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March 18, 2006

Conviction, Take Two: “Denial”

I just got around to watching the second episode of “Conviction,” the latest addition to the Law & Order tv franchise. To give you an idea of the quality of this show, Blonde Justice can't even watch it, and she's a practicing public defender who knows a thing or two about criminal trials and prosecutors. As Magic Cookie suggests, the degree to which one likes this show may be inversely related to how much one knows about prosecutors. I guess I don't know very much, so the show retains some fascination.

The second episode raised lots of questions for those of us who don't really know the ins and outs of how prosecutors do their jobs. For example, how common is it for prosecutors to run around their jurisdiction chasing down witnesses and otherwise investigating cases? I've always been under the impression that prosecutors never leave their offices except to go to court. Don't the police do their investigation for them? Does it just depend on the jurisdiction? Or the prosecutor? And how often would they pay their witnesses? Here in D.C., witness get $40 just for showing up to court in response to a subpoena, so I guess prosecutors don't have to fork it over so much.

Next, Harry Potter (the baby prosecutor) would not be allowed to go handle arraignments for the first time w/out any supervision whatsoever, would he? I mean, prosecutors might be irresponsible, but...

And talk about your prosecutorial discretion—that blonde “bureau chief” w/the glasses sure has a lot of power. It seems like she's the only one who decides what to charge and what deals are allowed. Sure, they talk about political pressure coming from somewhere, but she's the enforcer. I would so hate to be that person, but I would hate even more working under her thumb and being told how I can and cannot handle my cases. She makes her prosecutors into even bigger tools than they would be on their own.

The best thing about this episode is that it shows that prosecutors often have to be inhuman jerks and prosecute people they don't think they should be prosecuting. I'm referring to the 14-year-old who beats his older brother to death with a baseball bat after the older brother had physically and mentally tortured the defendant for two years. The case also shows how frequently the law can do nothing about the real cause or guilty party in crime. Here, the father supposedly pushed the dead older brother mercilessly, and the older brother then took out his frustrations on his younger brother; therefore, the father is the real person to blame for the fact that the older brother is now dead. This is the kind of emotional manipulation this show (and its Law & Order siblings) is best at, but still, it's a pretty good illustration of one of the reasons I don't want to be a prosecutor—I just could not try that kid (as an adult, no less!) and lock him up for some sizable number of years.

Some might say that this sort of dreck humanizes prosecutors by casting them in the most favorable possible light. No doubt, that's true. But this is still positive b/c I think too many idealistic law students think they want to be prosecutors because they don't realize they're going to have to do these kinds of things and that they will have so little control over what to charge, what pleas they can offer, etc. So this kind of thing might at least give a short pause to some of those would-be prosecutors, and that's a good thing, I think.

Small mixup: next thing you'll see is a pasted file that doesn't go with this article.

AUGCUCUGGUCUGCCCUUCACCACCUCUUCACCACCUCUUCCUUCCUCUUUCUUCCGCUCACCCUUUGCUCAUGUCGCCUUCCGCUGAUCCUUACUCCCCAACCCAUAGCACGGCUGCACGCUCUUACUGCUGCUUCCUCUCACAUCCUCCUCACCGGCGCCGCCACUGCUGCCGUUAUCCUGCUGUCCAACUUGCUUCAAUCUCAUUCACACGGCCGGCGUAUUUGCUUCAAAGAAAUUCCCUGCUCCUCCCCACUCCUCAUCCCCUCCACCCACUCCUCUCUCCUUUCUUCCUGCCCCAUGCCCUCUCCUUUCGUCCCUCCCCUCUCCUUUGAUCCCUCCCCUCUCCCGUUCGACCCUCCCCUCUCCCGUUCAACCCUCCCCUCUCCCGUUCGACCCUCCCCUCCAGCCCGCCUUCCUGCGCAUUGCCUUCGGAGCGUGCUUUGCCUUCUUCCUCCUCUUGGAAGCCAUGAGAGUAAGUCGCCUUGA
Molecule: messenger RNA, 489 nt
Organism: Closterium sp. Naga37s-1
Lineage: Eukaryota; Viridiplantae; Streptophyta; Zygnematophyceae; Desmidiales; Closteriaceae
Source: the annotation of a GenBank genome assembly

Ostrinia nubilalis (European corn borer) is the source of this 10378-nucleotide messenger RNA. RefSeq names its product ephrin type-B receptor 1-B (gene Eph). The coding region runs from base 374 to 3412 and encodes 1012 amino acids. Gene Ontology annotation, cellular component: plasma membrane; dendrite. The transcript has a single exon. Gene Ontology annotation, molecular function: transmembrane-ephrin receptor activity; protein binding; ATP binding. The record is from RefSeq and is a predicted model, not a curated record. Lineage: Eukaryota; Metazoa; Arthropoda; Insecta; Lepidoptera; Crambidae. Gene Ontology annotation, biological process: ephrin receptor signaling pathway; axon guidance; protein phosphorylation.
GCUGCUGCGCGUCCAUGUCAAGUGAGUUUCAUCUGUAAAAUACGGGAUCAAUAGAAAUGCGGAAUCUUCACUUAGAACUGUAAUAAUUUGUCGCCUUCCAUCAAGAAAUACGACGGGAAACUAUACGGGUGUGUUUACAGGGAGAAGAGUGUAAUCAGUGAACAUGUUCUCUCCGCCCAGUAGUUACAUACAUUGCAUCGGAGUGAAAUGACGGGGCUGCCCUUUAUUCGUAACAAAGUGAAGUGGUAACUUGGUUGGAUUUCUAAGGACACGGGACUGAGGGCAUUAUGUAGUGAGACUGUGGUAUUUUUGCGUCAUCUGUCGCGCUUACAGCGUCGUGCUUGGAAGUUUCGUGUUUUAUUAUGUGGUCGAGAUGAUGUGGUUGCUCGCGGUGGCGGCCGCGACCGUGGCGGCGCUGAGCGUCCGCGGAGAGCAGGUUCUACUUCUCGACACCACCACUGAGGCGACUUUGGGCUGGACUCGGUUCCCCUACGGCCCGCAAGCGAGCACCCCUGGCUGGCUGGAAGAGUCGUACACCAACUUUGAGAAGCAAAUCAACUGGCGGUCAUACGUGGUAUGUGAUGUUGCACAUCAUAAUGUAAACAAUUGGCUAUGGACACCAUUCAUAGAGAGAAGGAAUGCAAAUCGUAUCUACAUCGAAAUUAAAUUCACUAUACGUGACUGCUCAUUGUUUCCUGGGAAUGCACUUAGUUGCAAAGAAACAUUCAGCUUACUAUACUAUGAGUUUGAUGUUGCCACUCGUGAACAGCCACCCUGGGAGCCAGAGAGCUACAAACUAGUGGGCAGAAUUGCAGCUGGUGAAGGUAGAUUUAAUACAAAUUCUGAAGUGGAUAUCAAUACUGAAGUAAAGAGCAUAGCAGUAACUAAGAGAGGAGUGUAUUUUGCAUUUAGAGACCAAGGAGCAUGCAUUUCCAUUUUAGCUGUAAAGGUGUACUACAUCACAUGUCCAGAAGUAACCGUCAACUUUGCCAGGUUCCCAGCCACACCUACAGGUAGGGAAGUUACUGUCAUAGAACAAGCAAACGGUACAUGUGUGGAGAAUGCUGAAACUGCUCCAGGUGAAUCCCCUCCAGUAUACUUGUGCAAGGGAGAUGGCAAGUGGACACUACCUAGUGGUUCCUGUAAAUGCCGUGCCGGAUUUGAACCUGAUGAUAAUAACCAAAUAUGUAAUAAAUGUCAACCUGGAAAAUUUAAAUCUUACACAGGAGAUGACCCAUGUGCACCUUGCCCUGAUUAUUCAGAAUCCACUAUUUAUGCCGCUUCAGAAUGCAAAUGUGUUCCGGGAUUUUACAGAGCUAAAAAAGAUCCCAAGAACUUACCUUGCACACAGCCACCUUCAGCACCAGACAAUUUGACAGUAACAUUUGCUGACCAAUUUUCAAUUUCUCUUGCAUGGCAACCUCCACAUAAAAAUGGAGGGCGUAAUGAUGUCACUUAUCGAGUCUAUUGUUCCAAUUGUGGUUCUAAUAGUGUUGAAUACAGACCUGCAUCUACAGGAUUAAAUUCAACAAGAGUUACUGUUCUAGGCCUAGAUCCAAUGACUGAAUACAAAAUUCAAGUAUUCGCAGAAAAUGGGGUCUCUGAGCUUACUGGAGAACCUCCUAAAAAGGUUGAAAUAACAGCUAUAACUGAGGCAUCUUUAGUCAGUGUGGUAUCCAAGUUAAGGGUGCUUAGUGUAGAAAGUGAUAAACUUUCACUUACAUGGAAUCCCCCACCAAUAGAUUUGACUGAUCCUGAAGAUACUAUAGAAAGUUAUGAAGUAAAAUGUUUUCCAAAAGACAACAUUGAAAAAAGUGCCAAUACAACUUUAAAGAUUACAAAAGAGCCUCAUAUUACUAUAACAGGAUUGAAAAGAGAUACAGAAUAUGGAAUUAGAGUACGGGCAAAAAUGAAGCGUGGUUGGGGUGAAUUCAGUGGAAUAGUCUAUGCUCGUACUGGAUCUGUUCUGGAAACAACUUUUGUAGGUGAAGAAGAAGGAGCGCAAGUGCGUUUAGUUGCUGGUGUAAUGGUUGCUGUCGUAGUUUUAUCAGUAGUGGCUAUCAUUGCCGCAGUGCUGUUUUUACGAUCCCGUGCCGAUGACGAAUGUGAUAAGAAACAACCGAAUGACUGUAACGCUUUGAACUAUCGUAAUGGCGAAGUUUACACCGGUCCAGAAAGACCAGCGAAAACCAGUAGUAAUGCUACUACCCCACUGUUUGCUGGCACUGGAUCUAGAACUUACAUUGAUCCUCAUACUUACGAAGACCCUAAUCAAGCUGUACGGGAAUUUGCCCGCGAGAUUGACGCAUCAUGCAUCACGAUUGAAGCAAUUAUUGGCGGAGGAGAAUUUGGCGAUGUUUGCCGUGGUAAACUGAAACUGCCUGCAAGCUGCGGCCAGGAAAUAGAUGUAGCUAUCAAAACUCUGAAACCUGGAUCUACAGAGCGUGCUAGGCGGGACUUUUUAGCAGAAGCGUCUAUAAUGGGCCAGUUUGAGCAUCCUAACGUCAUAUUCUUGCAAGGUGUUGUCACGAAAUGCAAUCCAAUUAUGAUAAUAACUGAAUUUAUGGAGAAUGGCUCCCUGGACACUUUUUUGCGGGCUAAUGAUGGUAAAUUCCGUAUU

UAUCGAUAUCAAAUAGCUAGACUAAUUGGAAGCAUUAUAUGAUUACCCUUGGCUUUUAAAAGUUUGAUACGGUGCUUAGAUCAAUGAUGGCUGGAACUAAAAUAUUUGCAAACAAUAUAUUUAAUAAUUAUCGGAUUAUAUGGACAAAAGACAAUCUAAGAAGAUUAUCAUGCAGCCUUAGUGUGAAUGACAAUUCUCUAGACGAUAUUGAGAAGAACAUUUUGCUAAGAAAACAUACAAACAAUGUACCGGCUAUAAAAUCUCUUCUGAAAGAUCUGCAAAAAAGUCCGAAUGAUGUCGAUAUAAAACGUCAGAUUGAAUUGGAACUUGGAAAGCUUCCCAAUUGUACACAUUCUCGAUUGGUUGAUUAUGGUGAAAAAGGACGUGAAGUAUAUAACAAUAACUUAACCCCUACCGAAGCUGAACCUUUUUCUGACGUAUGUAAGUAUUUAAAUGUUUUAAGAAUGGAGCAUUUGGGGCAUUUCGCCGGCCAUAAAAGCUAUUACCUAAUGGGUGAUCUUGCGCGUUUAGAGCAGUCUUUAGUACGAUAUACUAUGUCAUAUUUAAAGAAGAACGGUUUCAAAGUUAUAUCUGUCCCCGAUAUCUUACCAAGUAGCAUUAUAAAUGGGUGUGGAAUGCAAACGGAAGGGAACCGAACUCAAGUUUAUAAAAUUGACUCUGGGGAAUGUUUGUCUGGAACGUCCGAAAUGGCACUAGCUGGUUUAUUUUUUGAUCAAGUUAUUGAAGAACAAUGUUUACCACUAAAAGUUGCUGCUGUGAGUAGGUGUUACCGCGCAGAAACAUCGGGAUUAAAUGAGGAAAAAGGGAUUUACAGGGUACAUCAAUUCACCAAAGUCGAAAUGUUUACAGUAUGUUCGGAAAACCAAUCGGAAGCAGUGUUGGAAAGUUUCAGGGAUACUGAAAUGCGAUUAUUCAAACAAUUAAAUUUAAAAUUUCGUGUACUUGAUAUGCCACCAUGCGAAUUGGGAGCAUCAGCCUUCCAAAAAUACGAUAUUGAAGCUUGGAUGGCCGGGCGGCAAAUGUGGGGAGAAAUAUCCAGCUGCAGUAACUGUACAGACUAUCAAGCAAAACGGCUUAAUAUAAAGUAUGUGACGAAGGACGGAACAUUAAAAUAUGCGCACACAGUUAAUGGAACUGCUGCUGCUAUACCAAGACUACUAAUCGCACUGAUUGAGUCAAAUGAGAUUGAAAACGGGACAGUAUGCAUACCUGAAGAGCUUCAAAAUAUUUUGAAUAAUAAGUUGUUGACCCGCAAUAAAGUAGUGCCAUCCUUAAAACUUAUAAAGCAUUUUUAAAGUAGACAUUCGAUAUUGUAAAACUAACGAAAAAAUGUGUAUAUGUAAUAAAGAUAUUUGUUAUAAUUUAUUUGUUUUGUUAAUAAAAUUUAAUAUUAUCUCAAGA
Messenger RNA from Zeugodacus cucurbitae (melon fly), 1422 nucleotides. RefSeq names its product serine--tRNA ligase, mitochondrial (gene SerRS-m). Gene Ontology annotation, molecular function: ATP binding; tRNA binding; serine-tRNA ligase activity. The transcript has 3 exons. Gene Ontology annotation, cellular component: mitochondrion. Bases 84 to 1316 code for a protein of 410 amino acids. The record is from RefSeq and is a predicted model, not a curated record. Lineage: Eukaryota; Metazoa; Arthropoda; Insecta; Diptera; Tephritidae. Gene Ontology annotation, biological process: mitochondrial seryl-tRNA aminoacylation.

The worst thing about this episode is the totally implausible (I hope) situation where the state's witness (described as a homeless, drug-addicted prostitute) doesn't show and instead of dismissing the case (which is what would probably happen in D.C.), the judge “orders” the attorneys to “make a deal.” As if. If I was the defense attorney I'd just say no deal and keep going to court in the hope that the witness would continue to not show and the judge would eventually dismiss. I guess if the offer was really awesome I might think about it, but....

I don't even want to get into the whole “bad” gambling prosecutor plotline. Whatever. I mean, I'm sure there are prosecutors who get into that sort of trouble, but those people—who obviously know their behavior is reprehensible, if not illegal—are not nearly as interesting to me as the ones who think they are doing the right thing.

Anyway, that's episode two. What did you think of it?

p.s.: Tivo should be recording episode three for me tonight, so whenever I get around to watching it, I'll let you know

Posted March 18, 2006 10:53 AM | crimlaw tv land

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I can't stand the show. Maybe I'm just too close to the material. But it seems like a half-ass attempt to duplicate Grey's Anatomy, and everything this show tries to do with humanity and emotion and sex and issues dealing with a new job/education/responsibilities, Grey's just does it better. You'd be better off watching Law & Order to get your legal fix and watch Grey's to get your gossip and sex and comedy in addition to the drama.

Posted by: Nerdgirl at March 18, 2006 08:19 PM

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